Sandelman credits San Diego-based Jack in the Box with performing well with Wheat Ridge, Colo.-based Qdoba Mexican Grill since acquiring it four years ago. Currently, there are 339 Qdoba restaurants in 40 states, compared with 85 units in 16 states at the time of the acquisition.
Hamburger chain Jack in the Box, which now has 2,084 units, compared with 1,862 in 2003, was looking to acquire a second chain as an expansion vehicle for both the company and its franchisees, says Dave Theno, senior vice president of quality and logistics.
After looking at several potential acquisitions, Jack in the Box chose Qdoba because of its food, concept, strong management team and growth potential, Theno says.
“Our philosophies and core values were similar,” he says. “Many mergers and acquisitions end up with personality conflicts about how to treat guests and employees.”
Qdoba’s business model is different enough from Jack in the Box’s in that it attracts some different customers, Theno says, pointing out that Qdoba is fast-casual, features contemporary Mexican flavors, has higher check averages, and has no drive-thrus, with just a couple of exceptions in remodels.
“Our goal was to not get in their way,” he says.
Jack in the Box has been able to help Qdoba grow because of its more-established infrastructure in all areas, including the supply chain, employee benefits and food safety programs.
“We’re doing everything we can to help Qdoba grow at a rate they’re comfortable with,” Theno says. “Our job is to help them execute their goals as well as we can.”
CKE, the parent company of the Carl’s Jr. and Hardee’s hamburger chains, has had a somewhat different experience with its Mexican fast-casual brand, La Salsa. The 95-unit chain recently has not grown, but it now is gearing up to expand with the help of a new prototype and other changes.
At the time of CKE’s acquisition several years ago, La Salsa and Green Burrito were parts of the same company. “CKE acquired both because we wanted Green Burrito for dual branding,” says spokesman Brad Haley. “We are now reimaging La Salsa.”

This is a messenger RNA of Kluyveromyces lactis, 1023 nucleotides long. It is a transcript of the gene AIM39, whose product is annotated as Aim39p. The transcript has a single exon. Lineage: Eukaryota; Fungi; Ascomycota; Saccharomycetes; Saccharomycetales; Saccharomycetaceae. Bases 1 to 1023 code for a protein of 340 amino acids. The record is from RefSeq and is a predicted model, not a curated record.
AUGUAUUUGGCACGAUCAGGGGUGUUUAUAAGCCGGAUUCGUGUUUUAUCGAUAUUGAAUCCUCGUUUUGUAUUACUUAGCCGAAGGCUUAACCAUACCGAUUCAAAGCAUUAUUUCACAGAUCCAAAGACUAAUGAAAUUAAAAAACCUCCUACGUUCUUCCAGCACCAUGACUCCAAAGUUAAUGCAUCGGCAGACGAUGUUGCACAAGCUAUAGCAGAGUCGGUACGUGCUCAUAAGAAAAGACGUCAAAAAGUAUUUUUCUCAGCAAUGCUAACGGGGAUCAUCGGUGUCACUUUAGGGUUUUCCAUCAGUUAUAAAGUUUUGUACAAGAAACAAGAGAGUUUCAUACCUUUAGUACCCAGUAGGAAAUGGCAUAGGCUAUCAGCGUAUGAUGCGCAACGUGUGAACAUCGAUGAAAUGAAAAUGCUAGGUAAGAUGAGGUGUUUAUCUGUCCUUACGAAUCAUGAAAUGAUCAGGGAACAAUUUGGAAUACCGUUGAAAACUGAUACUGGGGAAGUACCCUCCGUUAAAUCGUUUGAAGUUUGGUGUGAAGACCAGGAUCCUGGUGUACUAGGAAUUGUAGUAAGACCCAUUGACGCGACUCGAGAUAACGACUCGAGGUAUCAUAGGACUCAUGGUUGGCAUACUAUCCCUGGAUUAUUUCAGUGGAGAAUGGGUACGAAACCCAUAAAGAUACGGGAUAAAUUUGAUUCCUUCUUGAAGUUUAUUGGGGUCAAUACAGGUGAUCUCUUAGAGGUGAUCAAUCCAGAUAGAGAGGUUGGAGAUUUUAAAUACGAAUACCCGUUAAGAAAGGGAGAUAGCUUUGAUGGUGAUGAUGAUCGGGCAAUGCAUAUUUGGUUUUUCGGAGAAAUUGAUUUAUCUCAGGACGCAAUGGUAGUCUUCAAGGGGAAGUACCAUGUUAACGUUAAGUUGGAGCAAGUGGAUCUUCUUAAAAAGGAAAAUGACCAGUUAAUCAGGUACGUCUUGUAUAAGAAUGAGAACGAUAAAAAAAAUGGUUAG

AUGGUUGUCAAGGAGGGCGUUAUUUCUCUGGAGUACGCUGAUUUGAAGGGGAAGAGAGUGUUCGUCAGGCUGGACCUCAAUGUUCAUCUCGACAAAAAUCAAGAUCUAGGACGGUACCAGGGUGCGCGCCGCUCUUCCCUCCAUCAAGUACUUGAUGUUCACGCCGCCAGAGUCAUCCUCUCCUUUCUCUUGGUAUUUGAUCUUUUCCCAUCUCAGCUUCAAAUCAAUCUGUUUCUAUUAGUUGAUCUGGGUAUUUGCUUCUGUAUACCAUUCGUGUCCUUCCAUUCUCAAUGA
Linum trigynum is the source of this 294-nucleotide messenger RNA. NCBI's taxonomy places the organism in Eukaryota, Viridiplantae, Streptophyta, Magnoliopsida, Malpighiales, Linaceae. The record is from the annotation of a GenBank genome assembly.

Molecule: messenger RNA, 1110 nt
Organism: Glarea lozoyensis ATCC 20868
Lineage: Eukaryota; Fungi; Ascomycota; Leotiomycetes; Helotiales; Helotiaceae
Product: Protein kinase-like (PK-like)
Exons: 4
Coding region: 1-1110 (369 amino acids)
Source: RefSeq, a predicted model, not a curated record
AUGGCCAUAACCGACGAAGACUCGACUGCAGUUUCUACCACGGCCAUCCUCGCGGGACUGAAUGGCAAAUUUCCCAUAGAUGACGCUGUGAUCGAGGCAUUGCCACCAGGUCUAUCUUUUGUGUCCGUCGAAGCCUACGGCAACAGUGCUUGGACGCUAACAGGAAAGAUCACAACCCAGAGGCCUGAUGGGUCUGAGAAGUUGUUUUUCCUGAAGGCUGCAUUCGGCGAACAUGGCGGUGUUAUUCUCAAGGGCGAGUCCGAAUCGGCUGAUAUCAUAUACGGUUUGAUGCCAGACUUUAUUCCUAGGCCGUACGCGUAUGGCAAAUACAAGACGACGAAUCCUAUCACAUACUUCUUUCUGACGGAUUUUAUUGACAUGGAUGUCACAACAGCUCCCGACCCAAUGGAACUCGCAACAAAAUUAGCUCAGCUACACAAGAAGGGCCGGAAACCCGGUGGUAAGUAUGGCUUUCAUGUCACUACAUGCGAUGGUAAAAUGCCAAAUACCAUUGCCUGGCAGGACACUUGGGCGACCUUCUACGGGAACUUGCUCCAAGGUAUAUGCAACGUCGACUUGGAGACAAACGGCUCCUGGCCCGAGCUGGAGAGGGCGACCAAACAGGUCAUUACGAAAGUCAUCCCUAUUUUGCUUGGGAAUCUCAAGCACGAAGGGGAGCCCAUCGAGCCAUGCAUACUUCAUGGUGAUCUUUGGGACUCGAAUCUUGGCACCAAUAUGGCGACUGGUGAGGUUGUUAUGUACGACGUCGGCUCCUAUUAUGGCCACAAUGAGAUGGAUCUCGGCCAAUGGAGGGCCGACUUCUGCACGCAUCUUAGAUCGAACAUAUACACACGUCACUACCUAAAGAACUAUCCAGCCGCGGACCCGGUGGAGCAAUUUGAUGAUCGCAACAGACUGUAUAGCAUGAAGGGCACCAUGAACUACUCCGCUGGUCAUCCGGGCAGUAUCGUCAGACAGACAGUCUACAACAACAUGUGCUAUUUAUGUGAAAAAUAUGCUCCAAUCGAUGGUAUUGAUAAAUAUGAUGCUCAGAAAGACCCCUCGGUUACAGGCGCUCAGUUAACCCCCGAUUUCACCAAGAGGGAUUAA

Amir Siddiqi, chief operating officer of La Salsa, says the prototype is more festive and colorful than the older model and has a full bar. “All new ones will have that design,” he says, and a few older units in California have been remodeled with that look.
Some Carl’s Jr. franchisees are interested in franchising La Salsa, Siddiqi says.
“Investment costs are lower for La Salsa because they’re smaller and mostly in-line,” he says. “We’re not planning to put in drive-thrus.”
Making use of CKE’s training, purchasing, marketing and other systems has been a huge advantage for La Salsa, Siddiqi says.
CKE previously held interests in several other chains, including Taco Bueno, Rally’s, Checkers and Timber Lodge. It has divested all of those interests and used the proceeds from the 2001 sale of Taco Bueno to permanently reduce bank debt.
“If you keep your priorities straight, [owning other chains] can be a worthwhile proposition,”
Haley says. “It’s important to stay focused on your core brand.”
Panera Bread late last year acquired a 51-percent stake in Paradise Bakery & Café, a similar 44-unit bakery-cafe chain based in Aspen, Colo., with units concentrated in the Phoenix market. Richmond Heights, Mo.-based Panera, which has quickly grown to more than 1,000 bakery-cafes, does not have a presence in Phoenix.
Panera does not plan to change anything about Paradise and will keep current management in place, says Jeff Kip, Panera’s chief financial officer. “It’s a way to have a presence there more quickly,” he says.
In a slightly different scenario, Church’s Chicken’s largest franchisee, Atlanta-based Royal Hospitality Corp., recently acquired Shoney’s, a full-service family-dining chain with 282 restaurants in 18 states, mostly in the Southeast. The Nashville, Tenn.-based chain is considerably smaller than it was at its peak in the early 1990s, when it had some 1,200 locations.
David Davoudpour, Shoney’s new chairman and chief executive, says his mission is to take Shoney’s back to its glory days. “It’s an American tradition,” he says. “Baby boomers grew up with the brand and love it.”
He and his management team are working on a formalized turnaround plan that is expected to take a few months to finalize. Shoney’s already has reformatted its popular breakfast buffet. Historically, breakfast has driven more than one-third of Shoney’s revenue.
Shoney’s “Fresh Roast” coffee program was introduced about three months ago as a preview to the breakfast buffet makeover. The strategy does not compete with Church’s lunch-and-dinner-focused concept.
Some other large quick-service franchisees have made their own acquisitions as an added growth strategy when their core brands near saturation in their territories.
Strategic Restaurant Acquisitions Corp., another Burger King franchisee, based in San Ramon, Calif., recently purchased a 19-percent equity stake in Cary, N.C.-based Bear Rock Café, a 33-unit fast-casual mountain-lodge-theme chain. At this point, though, Strategic does not plan to participate in Bear Rock’s operations in any way other than being on its board of directors, says president Jerry Comstock.
Jack Hayes contributed to this story